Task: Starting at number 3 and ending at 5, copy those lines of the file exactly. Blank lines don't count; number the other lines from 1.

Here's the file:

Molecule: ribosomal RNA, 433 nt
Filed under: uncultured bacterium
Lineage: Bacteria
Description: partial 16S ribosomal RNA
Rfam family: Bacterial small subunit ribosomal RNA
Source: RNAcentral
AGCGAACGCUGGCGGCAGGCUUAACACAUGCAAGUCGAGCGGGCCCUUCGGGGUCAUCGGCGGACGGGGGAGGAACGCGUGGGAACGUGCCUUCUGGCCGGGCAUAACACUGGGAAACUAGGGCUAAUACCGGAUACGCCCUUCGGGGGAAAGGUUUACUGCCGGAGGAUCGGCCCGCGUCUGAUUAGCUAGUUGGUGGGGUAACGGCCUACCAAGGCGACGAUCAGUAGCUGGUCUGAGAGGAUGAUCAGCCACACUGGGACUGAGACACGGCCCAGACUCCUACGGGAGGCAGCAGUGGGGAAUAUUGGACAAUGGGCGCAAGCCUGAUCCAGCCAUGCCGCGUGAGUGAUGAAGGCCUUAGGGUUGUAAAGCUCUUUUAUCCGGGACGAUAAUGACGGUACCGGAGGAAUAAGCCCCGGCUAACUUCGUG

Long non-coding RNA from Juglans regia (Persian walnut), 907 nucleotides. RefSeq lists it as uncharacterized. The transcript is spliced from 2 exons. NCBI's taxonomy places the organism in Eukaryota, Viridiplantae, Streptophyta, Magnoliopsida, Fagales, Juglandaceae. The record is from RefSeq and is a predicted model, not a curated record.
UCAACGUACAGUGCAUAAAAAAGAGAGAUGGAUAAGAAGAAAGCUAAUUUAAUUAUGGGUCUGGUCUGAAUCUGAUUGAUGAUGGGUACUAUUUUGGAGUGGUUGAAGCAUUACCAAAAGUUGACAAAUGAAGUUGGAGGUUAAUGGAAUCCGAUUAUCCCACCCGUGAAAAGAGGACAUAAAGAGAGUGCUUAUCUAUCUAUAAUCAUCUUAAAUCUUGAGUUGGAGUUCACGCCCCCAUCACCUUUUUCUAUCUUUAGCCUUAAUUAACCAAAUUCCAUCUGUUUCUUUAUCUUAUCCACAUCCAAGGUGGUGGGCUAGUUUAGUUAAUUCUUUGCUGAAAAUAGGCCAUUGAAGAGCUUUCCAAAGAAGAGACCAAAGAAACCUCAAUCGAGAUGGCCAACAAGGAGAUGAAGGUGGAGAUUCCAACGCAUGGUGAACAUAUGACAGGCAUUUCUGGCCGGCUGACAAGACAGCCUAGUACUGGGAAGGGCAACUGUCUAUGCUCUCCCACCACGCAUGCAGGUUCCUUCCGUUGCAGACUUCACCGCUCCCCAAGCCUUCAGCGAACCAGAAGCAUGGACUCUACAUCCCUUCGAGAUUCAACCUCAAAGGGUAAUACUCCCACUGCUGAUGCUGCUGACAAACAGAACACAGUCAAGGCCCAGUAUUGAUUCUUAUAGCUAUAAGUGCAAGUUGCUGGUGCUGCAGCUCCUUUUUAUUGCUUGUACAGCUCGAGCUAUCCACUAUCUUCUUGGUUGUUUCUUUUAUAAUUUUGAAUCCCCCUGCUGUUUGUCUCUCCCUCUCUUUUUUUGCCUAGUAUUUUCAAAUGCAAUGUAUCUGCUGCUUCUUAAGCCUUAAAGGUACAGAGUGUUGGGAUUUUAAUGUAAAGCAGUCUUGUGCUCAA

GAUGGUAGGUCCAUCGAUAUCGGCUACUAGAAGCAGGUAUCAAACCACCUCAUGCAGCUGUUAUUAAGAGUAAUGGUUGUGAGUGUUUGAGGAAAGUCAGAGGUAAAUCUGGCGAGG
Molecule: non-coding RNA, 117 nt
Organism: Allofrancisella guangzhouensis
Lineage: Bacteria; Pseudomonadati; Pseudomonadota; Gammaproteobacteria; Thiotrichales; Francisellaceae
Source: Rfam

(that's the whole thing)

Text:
Lineage: Bacteria
Description: partial 16S ribosomal RNA
Rfam family: Bacterial small subunit ribosomal RNA